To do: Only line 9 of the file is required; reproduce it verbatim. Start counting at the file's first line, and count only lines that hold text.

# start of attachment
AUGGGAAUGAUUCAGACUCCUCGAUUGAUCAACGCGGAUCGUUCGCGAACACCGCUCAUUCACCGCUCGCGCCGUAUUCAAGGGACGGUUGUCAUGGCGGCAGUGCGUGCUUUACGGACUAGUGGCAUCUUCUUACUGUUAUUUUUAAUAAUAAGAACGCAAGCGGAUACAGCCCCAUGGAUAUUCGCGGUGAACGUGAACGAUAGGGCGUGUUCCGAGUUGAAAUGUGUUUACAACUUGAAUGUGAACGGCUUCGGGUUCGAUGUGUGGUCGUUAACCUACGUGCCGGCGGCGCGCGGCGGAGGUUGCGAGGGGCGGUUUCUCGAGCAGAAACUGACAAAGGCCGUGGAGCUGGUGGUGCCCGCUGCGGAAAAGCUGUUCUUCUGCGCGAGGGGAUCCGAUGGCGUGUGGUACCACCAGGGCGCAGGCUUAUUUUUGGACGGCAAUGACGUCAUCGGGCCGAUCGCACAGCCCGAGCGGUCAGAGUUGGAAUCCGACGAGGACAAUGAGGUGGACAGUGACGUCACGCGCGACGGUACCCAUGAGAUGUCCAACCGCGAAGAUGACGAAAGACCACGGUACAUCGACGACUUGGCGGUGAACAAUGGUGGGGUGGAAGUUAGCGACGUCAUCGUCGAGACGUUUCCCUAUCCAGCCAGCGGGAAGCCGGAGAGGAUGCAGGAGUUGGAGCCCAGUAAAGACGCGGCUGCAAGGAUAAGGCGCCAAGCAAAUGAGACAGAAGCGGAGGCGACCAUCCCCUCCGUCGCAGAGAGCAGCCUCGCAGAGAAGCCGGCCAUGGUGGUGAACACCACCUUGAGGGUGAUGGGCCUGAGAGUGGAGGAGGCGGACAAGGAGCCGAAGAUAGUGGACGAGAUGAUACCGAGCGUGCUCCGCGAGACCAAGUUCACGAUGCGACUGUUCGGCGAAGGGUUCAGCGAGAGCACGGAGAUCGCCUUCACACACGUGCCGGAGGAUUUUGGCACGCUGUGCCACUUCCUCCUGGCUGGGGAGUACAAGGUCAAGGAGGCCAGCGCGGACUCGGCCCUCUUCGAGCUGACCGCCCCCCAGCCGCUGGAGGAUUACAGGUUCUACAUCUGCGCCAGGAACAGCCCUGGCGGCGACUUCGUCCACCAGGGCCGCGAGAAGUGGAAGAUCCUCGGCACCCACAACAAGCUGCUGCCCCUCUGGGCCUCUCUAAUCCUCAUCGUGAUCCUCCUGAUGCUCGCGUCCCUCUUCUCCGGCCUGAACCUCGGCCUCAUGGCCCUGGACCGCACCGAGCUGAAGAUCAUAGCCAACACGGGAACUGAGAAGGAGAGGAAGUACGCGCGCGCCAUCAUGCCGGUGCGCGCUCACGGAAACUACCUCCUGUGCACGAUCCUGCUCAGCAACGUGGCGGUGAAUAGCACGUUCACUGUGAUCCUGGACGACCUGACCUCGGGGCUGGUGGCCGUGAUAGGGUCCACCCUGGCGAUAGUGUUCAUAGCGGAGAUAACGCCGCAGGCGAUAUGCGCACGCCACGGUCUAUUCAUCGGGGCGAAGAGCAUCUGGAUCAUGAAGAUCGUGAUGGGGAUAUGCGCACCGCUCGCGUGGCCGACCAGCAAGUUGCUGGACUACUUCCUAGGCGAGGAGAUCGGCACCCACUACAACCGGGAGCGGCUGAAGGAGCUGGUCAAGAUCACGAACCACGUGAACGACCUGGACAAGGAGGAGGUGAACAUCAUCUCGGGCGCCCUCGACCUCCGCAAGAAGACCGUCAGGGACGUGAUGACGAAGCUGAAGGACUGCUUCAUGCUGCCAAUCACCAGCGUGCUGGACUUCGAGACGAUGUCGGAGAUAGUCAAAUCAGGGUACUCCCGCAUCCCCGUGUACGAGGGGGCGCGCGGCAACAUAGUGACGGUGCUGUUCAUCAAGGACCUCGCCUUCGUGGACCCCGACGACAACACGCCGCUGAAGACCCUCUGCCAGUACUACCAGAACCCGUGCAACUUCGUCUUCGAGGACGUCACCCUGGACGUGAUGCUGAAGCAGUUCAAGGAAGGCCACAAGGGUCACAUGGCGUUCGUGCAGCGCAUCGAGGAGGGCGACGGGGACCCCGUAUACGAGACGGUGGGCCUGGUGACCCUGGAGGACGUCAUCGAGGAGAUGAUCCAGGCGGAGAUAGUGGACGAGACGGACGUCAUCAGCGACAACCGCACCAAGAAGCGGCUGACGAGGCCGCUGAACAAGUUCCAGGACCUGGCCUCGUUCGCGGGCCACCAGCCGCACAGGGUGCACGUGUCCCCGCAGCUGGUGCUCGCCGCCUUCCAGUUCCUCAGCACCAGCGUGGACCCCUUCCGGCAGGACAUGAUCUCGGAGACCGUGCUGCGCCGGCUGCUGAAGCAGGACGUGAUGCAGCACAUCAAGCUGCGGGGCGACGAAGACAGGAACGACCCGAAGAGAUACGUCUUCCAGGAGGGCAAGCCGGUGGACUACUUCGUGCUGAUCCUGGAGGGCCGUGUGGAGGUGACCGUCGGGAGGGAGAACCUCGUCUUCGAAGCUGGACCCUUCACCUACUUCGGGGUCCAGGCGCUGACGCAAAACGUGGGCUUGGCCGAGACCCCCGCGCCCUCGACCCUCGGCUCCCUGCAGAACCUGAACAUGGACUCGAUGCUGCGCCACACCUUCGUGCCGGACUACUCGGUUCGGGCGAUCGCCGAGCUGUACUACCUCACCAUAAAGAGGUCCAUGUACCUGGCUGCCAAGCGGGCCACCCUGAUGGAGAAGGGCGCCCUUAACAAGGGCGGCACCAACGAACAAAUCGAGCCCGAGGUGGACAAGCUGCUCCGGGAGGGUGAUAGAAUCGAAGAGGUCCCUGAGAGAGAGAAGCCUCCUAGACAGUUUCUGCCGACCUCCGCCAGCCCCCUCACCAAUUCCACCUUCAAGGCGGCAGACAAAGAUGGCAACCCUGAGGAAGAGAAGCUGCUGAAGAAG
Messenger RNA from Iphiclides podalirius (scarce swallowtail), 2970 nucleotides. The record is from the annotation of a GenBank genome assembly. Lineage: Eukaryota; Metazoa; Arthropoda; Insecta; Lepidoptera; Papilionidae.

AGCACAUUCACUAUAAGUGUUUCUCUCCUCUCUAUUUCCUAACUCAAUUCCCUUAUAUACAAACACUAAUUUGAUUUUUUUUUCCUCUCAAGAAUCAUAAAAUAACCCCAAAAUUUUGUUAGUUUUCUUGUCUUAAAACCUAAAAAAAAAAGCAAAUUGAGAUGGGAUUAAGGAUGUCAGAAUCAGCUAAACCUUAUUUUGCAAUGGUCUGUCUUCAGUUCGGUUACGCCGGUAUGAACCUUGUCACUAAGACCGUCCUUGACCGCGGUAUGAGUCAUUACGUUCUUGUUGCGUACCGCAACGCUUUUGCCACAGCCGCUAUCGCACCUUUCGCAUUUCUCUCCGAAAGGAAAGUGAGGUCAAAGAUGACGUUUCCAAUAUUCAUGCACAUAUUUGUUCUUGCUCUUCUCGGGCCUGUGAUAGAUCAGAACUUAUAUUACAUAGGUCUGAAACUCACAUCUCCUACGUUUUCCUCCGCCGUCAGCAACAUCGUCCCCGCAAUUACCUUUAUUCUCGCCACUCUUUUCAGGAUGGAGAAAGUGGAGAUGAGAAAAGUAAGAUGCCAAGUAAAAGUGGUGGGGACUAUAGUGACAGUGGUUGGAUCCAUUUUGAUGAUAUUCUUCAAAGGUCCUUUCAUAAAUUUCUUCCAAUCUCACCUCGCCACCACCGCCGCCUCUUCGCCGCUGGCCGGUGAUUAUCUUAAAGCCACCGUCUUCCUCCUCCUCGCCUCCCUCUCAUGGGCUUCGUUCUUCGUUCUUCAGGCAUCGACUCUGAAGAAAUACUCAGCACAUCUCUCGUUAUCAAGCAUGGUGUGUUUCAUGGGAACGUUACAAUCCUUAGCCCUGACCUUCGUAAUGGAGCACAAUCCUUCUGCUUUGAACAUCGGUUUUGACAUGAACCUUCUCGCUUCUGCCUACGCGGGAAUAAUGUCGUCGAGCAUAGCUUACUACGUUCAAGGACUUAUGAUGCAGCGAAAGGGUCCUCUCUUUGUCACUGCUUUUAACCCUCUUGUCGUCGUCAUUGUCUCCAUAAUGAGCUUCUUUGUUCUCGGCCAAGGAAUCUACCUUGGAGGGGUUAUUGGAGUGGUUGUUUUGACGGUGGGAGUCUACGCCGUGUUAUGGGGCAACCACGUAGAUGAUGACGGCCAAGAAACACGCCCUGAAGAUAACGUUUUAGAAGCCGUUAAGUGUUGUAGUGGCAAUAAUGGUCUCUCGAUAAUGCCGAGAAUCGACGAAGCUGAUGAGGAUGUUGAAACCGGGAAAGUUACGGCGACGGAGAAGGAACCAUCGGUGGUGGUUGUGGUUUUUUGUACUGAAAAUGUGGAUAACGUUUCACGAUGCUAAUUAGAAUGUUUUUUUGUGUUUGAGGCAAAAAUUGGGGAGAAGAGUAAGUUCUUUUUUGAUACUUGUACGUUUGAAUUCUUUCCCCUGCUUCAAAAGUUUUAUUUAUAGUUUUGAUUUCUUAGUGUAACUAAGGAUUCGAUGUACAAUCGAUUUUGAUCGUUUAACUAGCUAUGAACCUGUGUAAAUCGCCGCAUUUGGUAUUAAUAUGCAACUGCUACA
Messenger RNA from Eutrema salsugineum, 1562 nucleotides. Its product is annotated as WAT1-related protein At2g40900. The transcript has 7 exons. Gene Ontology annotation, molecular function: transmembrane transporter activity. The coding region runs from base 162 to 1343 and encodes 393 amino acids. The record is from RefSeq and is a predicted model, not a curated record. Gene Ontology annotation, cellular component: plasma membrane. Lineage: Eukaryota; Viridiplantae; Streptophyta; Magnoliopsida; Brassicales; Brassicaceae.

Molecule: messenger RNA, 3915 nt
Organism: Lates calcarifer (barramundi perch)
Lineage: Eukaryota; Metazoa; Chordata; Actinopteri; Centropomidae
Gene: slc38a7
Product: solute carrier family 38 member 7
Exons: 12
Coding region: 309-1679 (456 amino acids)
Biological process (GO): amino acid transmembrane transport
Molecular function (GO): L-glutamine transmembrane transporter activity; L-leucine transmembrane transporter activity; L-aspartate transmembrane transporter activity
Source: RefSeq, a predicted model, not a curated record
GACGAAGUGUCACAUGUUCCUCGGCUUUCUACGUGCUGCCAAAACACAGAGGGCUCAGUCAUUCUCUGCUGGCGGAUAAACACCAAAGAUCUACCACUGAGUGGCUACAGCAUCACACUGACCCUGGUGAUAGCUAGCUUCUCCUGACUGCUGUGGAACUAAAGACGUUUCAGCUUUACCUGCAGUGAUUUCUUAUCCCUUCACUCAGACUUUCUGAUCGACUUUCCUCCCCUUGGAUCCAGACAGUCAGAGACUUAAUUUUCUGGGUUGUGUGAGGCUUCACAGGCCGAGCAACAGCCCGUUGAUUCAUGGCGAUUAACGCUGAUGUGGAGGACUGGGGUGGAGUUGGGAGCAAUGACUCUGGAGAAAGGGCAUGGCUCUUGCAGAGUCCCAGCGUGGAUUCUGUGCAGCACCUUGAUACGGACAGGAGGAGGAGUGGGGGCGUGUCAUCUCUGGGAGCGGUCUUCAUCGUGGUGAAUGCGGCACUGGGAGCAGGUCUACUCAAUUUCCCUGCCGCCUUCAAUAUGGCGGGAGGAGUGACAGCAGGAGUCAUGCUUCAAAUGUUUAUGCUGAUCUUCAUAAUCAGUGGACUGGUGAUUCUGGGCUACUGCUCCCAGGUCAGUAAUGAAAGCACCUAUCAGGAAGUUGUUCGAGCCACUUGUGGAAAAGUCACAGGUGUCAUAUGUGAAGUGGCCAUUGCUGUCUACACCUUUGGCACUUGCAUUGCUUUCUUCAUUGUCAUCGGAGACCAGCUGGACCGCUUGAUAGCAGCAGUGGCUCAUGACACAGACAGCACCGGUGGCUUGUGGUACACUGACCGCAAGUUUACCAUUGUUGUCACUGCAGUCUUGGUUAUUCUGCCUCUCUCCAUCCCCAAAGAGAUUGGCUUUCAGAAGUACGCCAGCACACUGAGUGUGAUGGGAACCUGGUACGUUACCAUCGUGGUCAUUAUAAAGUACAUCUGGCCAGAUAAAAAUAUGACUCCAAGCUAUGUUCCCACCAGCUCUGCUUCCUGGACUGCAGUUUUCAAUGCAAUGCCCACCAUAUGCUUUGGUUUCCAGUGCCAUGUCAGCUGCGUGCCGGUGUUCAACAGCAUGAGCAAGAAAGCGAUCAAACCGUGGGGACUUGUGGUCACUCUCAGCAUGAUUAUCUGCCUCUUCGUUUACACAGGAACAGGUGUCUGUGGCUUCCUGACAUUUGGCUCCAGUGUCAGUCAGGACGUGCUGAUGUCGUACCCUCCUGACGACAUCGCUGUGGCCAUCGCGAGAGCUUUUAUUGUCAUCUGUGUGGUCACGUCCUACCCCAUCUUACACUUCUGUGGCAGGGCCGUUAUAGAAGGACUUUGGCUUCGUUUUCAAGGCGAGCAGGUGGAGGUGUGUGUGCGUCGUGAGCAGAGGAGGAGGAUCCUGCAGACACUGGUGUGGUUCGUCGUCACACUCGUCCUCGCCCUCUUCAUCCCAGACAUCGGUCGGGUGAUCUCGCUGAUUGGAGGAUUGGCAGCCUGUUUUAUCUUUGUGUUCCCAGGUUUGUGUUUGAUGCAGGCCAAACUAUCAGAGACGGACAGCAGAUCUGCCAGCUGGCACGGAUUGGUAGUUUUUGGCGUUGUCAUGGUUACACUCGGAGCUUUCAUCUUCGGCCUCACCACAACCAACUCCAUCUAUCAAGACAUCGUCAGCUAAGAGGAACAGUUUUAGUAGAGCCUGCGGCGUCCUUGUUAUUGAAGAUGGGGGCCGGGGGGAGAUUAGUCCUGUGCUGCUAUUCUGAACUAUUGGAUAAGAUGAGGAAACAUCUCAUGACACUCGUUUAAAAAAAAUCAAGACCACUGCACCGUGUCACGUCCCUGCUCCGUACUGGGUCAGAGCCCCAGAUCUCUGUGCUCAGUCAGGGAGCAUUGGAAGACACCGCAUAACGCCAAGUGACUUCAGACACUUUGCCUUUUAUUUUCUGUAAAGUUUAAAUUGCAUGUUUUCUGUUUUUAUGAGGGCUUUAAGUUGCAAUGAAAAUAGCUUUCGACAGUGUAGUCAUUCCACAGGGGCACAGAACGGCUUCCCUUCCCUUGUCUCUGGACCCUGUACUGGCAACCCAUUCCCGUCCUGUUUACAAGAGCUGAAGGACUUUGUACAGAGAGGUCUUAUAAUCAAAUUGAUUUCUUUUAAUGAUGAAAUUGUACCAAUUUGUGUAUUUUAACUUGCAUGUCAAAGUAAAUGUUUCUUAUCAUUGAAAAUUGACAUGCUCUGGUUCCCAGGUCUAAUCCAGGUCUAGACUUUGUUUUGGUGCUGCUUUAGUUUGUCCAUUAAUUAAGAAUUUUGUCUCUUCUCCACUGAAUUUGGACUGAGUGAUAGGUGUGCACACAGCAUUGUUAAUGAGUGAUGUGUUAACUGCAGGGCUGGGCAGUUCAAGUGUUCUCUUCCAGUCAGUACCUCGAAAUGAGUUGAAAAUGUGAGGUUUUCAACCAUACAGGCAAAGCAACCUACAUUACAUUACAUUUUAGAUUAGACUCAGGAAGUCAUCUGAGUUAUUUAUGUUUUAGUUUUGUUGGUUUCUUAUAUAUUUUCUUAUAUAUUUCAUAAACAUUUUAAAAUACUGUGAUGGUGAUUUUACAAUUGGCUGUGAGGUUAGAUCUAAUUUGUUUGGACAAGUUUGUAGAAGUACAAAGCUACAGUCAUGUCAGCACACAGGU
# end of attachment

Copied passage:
Product: solute carrier family 38 member 7